When you are having trouble with your credit payments, declaring financial hardship can prevent you from having to file bankruptcy. A hardship will allow you to restructure most debts so you can afford the payments. There are certain situations when a creditor may forgive a portion of your debt, and this usually depends on the reason for your hardship. If a creditor does not forgive your debt but offers to restructure the payments, you will still have to pay the amount that you borrowed, just for a longer period of time. The alternative may be filing for bankruptcy, so you may have to take whatever offer you get from a creditor. If your financial situation improves, you can always increase the amount you are paying so the loan gets paid off early.
Declaring Financial Hardship
You must draft a letter for each creditor, explaining why you intend to declare a financial hardship. Here are a few things you can put in the hardship letter:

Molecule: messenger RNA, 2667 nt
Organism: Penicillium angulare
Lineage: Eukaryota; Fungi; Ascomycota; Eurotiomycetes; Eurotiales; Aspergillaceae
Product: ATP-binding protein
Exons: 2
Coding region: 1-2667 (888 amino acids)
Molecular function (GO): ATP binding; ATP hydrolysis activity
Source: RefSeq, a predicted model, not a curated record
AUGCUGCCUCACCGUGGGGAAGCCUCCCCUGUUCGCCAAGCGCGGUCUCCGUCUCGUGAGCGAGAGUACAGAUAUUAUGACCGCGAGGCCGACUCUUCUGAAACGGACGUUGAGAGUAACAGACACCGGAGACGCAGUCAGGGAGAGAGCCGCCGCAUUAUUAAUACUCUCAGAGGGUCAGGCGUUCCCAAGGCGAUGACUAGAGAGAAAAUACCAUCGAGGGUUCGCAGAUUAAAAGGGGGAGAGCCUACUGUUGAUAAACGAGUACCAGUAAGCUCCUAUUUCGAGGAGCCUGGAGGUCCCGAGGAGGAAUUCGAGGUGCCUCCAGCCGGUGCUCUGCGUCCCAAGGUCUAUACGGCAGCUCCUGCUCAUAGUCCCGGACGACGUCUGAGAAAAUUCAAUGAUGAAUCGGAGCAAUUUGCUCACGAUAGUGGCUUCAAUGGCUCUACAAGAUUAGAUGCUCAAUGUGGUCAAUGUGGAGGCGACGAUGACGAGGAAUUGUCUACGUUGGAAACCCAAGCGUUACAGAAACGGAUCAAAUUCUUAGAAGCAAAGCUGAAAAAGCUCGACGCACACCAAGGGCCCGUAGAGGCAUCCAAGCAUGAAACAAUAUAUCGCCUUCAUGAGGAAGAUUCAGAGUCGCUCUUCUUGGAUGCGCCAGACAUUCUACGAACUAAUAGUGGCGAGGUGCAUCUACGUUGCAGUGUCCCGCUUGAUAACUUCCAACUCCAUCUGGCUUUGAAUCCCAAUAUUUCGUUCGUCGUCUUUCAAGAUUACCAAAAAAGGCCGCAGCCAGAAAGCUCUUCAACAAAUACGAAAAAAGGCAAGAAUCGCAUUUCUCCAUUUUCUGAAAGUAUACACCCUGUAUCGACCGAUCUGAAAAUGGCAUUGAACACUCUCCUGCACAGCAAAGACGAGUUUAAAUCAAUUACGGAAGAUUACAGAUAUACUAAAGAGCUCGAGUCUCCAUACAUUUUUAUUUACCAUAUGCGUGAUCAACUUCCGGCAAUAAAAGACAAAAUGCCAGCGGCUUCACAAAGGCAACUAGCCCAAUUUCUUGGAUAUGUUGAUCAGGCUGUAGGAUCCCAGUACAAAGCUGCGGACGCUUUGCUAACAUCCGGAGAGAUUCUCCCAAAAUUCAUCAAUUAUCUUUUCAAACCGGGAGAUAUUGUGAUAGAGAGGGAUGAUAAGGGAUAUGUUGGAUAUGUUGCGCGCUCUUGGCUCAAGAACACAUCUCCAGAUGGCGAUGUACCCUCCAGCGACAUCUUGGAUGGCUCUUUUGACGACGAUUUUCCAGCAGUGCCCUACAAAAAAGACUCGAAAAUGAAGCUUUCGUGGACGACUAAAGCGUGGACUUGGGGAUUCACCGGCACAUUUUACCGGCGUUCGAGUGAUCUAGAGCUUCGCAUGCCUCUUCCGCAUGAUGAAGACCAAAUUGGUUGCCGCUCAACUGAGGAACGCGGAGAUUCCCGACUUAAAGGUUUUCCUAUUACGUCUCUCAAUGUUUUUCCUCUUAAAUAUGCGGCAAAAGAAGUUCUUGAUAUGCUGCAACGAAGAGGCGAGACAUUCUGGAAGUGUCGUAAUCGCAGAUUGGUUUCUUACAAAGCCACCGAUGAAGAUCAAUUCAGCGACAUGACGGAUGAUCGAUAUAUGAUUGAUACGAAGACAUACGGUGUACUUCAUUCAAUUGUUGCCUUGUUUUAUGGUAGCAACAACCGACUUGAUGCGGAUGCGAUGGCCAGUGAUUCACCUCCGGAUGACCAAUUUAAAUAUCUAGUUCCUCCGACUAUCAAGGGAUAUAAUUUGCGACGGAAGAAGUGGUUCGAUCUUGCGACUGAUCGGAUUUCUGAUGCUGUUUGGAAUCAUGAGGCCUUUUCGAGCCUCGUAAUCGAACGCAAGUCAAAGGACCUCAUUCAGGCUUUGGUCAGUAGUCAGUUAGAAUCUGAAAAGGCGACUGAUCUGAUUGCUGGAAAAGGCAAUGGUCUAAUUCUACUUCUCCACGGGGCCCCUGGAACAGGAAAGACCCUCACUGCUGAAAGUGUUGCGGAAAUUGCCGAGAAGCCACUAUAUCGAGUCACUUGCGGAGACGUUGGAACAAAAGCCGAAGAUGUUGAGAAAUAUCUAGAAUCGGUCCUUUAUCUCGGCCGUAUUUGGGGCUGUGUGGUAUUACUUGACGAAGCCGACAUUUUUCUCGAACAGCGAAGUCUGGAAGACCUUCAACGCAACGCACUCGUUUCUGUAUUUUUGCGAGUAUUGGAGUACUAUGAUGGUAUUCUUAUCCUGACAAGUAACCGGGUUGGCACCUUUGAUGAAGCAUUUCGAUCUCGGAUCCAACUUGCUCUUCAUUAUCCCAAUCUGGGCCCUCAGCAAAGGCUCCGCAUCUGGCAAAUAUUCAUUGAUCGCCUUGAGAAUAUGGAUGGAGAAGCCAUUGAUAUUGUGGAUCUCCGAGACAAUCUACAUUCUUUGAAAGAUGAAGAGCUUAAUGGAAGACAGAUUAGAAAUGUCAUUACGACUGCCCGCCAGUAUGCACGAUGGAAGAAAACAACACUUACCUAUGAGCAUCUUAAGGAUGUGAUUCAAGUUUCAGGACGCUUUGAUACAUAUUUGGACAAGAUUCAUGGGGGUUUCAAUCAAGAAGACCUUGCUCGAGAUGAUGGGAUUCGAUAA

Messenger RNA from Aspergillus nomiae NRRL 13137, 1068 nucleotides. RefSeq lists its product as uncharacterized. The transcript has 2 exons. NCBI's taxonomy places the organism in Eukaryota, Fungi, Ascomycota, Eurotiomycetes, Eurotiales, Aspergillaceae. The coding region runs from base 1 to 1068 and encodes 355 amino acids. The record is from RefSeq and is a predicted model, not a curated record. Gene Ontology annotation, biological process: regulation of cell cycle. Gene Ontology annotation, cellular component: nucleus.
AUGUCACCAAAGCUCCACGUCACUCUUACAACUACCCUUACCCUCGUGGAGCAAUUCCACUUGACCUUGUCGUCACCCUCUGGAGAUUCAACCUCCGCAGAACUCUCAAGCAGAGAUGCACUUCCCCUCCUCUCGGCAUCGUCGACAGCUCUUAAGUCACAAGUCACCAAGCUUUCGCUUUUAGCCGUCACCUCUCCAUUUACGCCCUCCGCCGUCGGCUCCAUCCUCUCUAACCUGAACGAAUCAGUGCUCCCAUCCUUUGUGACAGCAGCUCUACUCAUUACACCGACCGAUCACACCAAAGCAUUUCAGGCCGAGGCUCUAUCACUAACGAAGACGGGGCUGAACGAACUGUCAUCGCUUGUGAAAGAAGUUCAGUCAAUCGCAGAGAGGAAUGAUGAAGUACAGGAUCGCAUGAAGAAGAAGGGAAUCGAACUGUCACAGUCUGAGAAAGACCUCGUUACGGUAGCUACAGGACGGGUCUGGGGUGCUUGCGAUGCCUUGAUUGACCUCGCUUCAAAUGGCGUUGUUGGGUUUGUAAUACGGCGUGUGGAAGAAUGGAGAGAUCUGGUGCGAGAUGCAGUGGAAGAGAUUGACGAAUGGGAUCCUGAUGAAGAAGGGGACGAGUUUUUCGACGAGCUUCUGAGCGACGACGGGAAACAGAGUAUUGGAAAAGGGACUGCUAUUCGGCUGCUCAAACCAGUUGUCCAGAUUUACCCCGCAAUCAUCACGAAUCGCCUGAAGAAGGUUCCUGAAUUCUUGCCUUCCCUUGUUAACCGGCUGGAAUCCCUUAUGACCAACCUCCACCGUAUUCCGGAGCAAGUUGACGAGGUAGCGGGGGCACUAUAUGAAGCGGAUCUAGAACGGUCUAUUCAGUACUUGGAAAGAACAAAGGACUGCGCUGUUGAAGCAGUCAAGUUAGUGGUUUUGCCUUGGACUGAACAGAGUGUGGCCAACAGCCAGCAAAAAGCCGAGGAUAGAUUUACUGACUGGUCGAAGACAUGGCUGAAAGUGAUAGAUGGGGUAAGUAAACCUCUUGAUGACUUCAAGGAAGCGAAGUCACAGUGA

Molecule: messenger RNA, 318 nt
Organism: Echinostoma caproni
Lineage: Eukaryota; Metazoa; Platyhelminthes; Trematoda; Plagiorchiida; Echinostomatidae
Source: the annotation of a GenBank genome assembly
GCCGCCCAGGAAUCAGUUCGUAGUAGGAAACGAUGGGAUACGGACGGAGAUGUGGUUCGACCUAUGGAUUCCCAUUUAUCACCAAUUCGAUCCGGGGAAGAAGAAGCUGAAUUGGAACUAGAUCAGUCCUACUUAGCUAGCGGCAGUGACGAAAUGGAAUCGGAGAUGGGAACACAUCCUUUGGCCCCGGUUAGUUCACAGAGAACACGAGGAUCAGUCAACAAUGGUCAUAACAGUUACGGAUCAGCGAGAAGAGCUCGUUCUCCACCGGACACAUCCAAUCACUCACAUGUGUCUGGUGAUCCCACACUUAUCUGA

Tailor each letter you compose to the specific creditor. Try not to use a generic letter to describe your current hardship. Either mail or hand deliver the letters to your creditors. Then, contact them in a few days if you have not received a reply.
Restructuring Your Debts
Once your creditors review your hardship request, they will offer partial debt forgiveness, a payment restructure plan, or refuse to change your payments at all. This depends on the creditor, and the reason for your hardship. For example, if you are now permanently disabled, you may receive some debt forgiveness from one creditor, and a new payment plan from another.
When you have receive a response from all of your creditors, calculate the total amount of the new payments. If the total is still too much for you to afford, identify the creditors that gave you the smallest reductions. Contact them to try and have that amount amended.
You have done your best to explain the reasons for your hardship with each of your creditors. Many will agree to workout a payment plan to allow you to fulfill your obligation to them. However, there may be some creditors who are not willing to help you at all.
You will have to decide whether or not to default on a particular debt. Your home and car loans are the highest priorities, so you must continue to try and make those payments. If your mortgage or auto lender will not modify your loans to lower the payments, you will probably need to default on some of your revolving debt in order to keep your home and vehicle.
Even if some of your revolving creditors have agreed to lower your payment amount, you may need still to default with one or more of them. The alternative may be to file for bankruptcy.